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Article

Evaluating the Role of Corrals and Insects in the Transmission of Porcine Cysticercosis: A Cohort Study

1
Departamento de Salud Animal y Salud Pública, Universidad Nacional Mayor de San Marcos, Lima 15081, Peru
2
School of Public Health, Oregon Health & Science University and Portland State University, Portland, OR 97239, USA
3
Center of Global Health, Universidad Peruana Cayetano Heredia, Lima 15202, Peru
4
Centre for the Mathematical Modeling of Infectious Diseases, London School of Hygiene and Tropical Medicine, London WC1H 9SH, UK
5
Geography Institute, Universidad San Francisco de Quito, Quito 170157, Ecuador
6
Cysticercosis Unit, National Institute of Neurological Sciences, Lima 15003, Peru
*
Authors to whom correspondence should be addressed.
Pathogens 2023, 12(4), 597; https://doi.org/10.3390/pathogens12040597
Submission received: 16 March 2023 / Revised: 5 April 2023 / Accepted: 12 April 2023 / Published: 14 April 2023
(This article belongs to the Special Issue Recent Advances in Taeniasis and Cysticercosis)

Abstract

:
The widespread dispersion of pigs infected with cysticercosis across endemic villages, low cyst burden among infected pigs, and low prevalence of taeniasis all suggest that pig ingestion of human feces is not the only mode of transmission for Taenia solium. Our objective was to evaluate the risk of porcine cysticercosis associated with exposure to human feces, dung beetles, and flies in an endemic community setting. We used a cluster-randomized cohort design to compare the risk of developing antibodies and infection among 120 piglets raised in either free-roaming (FR), standard corral (SC), or netted corral environments (NC). We collected monthly blood samples to detect serum antibodies and necropsied all pigs after 10 months to identify cysts. A total of 66 piglets developed antibodies with the relative risk of seropositivity in FR vs. all corralled pigs increasing significantly after 18 weeks. Of 108 necropsied pigs, 15 had T. solium cysts, all belonging to the FR group. Corrals were protective against infection but less so against seropositivity. NC, which did not completely exclude insects, did not provide added protection against seropositivity as compared to SC. The results of this study suggest that dung beetles and flies do not play an important role in infection.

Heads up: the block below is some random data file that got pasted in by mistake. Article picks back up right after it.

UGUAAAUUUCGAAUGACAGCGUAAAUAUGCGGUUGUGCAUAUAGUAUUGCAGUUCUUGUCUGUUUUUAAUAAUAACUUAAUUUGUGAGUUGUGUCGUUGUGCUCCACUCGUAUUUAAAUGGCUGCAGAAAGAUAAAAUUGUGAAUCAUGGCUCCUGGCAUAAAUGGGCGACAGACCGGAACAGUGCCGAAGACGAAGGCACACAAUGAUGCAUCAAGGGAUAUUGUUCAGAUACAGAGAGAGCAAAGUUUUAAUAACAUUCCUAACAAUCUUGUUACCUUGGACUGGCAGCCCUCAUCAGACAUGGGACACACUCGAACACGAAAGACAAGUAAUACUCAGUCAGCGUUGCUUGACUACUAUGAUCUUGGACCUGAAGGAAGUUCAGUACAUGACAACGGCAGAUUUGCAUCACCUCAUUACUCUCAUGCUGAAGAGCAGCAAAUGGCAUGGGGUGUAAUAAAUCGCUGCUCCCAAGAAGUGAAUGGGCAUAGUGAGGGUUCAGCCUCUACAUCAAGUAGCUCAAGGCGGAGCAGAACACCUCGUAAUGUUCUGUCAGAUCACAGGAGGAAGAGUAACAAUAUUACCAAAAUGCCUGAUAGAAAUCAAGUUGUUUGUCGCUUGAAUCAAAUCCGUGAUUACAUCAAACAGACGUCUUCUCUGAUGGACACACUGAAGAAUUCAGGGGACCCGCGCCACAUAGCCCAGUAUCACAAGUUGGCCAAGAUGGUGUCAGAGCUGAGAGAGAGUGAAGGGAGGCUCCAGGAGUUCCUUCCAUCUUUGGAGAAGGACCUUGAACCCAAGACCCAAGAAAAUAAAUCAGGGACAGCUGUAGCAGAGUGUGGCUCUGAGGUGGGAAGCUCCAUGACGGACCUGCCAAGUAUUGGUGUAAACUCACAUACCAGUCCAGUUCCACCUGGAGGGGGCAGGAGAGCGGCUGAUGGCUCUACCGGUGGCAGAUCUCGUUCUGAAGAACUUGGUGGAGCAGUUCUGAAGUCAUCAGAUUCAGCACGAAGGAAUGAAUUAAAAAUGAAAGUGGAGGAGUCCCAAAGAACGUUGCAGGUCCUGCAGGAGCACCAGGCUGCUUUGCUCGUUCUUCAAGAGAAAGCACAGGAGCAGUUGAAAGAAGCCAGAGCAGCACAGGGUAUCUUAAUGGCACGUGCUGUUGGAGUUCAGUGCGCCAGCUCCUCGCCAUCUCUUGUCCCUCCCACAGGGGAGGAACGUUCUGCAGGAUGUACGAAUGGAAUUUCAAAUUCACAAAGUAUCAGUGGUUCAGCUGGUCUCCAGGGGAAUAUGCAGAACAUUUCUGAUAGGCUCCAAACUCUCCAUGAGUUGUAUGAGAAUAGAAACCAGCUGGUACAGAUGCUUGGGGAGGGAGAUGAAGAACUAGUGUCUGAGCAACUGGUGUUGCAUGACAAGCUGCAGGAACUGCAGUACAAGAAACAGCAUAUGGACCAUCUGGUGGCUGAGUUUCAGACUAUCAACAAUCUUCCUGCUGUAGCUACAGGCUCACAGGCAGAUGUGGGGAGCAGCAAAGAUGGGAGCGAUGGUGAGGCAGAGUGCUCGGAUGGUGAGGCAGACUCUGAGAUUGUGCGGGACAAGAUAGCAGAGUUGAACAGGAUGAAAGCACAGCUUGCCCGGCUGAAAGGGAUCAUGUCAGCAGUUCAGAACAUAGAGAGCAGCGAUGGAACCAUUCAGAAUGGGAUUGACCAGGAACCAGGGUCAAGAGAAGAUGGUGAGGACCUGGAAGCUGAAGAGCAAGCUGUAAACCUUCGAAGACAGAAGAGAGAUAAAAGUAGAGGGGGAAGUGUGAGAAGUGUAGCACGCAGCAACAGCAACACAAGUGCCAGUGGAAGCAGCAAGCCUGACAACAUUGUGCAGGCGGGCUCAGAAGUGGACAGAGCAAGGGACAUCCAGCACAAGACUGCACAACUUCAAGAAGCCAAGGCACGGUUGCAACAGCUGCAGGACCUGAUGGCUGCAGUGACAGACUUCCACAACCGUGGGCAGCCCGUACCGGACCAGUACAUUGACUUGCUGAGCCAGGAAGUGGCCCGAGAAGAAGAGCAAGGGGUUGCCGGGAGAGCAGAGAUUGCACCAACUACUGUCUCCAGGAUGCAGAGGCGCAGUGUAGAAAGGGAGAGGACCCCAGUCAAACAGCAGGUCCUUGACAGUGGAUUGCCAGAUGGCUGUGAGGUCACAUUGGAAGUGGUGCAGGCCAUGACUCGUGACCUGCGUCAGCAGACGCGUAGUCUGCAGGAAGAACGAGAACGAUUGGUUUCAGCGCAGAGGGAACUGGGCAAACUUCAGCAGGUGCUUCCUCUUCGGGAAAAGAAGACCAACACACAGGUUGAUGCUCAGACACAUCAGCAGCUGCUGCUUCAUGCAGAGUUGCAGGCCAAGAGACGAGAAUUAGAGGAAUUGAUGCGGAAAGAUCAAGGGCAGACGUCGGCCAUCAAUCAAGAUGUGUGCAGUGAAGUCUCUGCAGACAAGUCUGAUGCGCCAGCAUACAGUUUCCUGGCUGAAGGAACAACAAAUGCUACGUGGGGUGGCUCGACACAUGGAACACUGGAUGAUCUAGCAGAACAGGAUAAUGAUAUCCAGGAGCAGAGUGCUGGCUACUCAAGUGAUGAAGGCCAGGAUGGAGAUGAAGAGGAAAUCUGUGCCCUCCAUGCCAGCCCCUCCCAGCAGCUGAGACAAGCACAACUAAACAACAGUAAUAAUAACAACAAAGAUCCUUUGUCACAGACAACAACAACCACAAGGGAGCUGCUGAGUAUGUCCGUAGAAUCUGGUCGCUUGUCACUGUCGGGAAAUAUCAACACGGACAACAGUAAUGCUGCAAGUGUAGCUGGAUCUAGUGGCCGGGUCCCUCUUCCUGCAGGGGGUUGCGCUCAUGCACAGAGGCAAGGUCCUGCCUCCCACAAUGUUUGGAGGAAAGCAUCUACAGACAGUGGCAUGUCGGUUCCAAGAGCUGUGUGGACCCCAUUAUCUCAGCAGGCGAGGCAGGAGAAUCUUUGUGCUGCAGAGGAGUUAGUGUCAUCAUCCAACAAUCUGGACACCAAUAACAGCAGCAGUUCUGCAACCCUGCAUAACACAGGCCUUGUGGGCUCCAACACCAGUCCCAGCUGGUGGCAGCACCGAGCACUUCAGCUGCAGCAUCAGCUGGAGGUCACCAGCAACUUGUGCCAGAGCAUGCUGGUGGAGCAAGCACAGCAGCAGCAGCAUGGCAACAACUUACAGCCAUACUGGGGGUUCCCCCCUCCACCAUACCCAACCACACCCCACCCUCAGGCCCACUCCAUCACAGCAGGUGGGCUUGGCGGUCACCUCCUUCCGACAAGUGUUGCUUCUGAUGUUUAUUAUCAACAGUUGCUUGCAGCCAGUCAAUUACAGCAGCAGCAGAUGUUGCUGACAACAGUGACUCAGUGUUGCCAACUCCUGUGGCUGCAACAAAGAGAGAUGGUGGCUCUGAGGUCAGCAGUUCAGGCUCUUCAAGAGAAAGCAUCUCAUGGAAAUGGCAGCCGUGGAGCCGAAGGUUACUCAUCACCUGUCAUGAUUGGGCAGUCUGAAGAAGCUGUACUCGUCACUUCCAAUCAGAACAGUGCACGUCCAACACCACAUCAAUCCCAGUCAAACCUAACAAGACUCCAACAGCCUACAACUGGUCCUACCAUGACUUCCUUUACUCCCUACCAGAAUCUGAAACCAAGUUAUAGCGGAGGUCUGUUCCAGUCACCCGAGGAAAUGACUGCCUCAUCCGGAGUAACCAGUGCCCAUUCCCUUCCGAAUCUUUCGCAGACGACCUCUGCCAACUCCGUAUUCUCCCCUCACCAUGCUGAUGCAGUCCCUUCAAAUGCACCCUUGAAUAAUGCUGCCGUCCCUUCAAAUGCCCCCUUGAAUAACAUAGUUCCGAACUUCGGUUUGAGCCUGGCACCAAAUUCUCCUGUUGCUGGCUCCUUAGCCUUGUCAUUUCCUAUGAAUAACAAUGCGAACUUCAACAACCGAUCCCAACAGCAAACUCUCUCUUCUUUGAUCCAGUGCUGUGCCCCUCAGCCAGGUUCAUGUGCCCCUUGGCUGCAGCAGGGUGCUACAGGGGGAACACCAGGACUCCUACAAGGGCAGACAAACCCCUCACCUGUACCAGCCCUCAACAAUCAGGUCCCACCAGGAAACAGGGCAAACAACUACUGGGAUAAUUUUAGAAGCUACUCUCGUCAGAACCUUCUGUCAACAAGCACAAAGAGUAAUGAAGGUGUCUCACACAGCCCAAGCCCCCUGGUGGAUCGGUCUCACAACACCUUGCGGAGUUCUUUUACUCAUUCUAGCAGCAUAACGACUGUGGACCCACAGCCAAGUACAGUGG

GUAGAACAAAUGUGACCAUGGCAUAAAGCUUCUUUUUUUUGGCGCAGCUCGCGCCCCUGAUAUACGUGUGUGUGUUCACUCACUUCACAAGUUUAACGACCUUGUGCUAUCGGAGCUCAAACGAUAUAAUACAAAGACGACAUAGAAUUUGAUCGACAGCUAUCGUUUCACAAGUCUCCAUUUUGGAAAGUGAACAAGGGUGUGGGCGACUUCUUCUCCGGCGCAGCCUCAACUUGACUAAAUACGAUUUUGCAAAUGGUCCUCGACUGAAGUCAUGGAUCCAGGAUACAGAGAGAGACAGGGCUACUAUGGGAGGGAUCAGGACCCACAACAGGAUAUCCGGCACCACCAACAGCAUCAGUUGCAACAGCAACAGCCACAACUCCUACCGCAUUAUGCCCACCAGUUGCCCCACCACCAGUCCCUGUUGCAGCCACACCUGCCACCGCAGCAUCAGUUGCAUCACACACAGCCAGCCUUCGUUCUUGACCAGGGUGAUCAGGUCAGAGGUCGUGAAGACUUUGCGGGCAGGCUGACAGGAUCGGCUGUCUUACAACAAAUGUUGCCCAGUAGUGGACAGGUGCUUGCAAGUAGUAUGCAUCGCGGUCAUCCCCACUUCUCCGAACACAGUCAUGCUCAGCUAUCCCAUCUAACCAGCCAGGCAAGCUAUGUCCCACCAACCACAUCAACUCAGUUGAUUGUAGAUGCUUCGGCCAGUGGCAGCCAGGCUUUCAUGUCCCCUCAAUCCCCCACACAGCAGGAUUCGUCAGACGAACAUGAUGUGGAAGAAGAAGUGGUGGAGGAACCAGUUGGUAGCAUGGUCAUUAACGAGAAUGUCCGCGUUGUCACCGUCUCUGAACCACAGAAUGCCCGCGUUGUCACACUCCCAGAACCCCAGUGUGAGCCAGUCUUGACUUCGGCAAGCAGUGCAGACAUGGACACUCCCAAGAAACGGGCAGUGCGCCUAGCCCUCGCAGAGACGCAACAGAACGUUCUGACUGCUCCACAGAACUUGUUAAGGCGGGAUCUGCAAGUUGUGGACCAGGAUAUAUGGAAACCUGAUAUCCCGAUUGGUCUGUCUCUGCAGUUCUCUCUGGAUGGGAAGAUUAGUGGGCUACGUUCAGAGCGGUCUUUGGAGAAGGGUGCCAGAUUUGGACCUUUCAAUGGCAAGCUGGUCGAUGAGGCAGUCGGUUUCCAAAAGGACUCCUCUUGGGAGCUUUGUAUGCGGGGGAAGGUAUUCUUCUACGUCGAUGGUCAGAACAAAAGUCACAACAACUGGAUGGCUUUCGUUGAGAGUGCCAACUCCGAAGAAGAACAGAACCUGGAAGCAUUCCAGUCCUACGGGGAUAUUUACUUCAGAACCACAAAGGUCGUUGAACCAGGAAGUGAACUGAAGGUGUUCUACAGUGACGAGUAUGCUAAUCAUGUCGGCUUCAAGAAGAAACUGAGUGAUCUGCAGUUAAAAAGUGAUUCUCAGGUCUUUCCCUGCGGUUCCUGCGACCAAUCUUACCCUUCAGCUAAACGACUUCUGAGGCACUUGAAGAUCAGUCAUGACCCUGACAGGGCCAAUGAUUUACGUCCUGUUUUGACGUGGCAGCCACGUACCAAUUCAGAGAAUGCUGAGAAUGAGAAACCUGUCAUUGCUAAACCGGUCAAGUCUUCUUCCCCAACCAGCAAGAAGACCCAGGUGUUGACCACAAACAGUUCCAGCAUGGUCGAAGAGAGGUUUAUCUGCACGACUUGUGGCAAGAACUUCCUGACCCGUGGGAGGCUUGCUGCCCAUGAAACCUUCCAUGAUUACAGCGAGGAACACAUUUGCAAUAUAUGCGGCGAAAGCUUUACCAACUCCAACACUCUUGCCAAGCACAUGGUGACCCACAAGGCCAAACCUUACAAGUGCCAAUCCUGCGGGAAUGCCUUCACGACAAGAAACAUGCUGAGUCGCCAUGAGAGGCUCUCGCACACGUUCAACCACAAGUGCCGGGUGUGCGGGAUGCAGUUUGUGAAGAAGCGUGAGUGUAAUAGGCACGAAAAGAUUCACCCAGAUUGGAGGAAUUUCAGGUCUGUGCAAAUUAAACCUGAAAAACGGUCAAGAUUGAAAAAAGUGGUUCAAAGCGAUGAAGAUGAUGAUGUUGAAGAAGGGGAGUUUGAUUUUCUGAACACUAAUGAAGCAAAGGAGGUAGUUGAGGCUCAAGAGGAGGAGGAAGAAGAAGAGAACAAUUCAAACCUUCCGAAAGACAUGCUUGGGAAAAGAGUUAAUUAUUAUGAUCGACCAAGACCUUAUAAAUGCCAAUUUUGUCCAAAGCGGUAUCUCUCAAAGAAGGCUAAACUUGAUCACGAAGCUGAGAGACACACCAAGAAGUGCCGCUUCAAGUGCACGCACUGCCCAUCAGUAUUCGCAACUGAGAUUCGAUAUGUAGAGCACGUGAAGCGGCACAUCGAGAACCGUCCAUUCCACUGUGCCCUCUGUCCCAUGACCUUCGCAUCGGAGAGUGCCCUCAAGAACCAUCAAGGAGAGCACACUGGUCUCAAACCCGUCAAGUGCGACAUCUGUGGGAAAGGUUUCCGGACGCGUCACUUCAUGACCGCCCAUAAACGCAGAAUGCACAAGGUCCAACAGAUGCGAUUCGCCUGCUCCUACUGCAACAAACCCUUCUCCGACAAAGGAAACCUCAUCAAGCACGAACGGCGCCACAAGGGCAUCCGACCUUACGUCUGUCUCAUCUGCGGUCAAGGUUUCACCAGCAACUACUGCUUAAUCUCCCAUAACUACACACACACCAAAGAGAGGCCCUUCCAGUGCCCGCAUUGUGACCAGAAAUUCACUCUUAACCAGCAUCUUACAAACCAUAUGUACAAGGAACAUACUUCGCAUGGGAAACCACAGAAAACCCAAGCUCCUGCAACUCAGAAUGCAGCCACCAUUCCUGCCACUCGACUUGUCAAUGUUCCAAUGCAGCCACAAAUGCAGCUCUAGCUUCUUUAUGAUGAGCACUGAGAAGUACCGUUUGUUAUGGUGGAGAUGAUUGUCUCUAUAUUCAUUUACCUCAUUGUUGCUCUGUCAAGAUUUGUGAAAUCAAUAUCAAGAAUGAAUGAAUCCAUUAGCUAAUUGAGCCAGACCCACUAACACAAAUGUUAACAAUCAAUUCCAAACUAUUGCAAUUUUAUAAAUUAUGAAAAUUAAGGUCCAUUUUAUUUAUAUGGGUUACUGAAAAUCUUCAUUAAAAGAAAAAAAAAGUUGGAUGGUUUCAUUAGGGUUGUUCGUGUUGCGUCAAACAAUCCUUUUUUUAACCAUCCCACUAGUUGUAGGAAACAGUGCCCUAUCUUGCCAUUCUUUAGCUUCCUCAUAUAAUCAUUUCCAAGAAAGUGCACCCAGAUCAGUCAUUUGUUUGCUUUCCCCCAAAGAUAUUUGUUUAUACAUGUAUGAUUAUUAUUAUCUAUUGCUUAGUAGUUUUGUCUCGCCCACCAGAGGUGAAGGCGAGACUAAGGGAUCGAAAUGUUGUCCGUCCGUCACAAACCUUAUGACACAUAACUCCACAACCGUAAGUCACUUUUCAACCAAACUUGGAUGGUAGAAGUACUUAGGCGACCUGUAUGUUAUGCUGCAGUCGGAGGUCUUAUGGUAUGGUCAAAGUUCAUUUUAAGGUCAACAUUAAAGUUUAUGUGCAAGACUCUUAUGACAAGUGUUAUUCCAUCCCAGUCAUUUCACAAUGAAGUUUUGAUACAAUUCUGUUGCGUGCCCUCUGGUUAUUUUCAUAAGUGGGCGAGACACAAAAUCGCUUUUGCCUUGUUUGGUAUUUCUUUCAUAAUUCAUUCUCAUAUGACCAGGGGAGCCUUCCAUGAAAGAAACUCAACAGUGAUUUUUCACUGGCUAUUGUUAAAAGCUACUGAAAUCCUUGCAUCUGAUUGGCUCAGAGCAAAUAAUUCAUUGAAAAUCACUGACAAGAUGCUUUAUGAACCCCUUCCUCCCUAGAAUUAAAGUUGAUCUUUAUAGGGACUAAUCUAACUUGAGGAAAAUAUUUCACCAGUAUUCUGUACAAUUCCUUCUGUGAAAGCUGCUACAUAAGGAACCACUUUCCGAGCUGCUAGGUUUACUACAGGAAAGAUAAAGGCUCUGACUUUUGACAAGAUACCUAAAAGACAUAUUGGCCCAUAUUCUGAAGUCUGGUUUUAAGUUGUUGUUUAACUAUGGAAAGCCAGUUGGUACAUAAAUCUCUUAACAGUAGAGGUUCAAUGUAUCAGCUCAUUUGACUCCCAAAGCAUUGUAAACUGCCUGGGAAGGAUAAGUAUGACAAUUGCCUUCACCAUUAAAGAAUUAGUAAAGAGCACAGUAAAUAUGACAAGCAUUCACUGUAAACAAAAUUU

1. Introduction

Taenia solium cysticercosis is a leading cause of acquired epilepsy across Latin America, Asia, and Africa, and is among the most common parasitic causes of neurologic disease worldwide. In regions where the disease is endemic, 30% or more of seizure disorders are attributed to brain infection by T. solium larval cysts [1]. The disease is also of increasing importance in the United States where total hospitalization charges for cysticercosis amount to over $100 million per year [2]. Although the International Task Force for Disease Eradication has included cysticercosis on its short list of potentially eradicable diseases for over two decades [3], there are still significant knowledge gaps regarding how T. solium is transmitted between human and pig hosts at the community level. These gaps (described below) limit the ability to design effective and sustainable strategies for control, regional elimination and ultimately eradication [4].
Among the most puzzling aspects of transmission yet to be explained is how T. solium eggs attain widespread dispersal within affected communities. Humans are the sole definitive host of the egg-producing intestinal tapeworm. Pigs are the intermediate host and become infected with tapeworm larvae upon ingestion of tapeworm eggs. While pig ingestion of T. solium eggs in human fecal depositions has long been considered the only method of transmission to pigs, this appears inconsistent with the results of epidemiologic studies from around the globe, as these show very widespread exposure and infection of pigs within endemic communities [1,5,6,7,8]. This pattern cannot be explained by direct fecal ingestion alone in a context in which the lifespan of pigs raised for consumption is short (typically less than one year), human intestinal tapeworm infection prevalence is low (typically less than 3%), and tapeworm lifespan is relatively long (estimated at approximately 2 years) [9,10]. Hence, mechanisms of egg dispersal away from human fecal depositions are likely to play an important role in transmission. This hypothesis is further supported by the rapidity with which T. solium repopulates communities that have undergone mass chemotherapy, which could be explained by a persistent environmental reservoir of infectious eggs [4]. More complete understanding of potential alternate transmission mechanisms is needed if we are to reach the desired goal of preventing epilepsy and other neurologic morbidity caused by this parasite.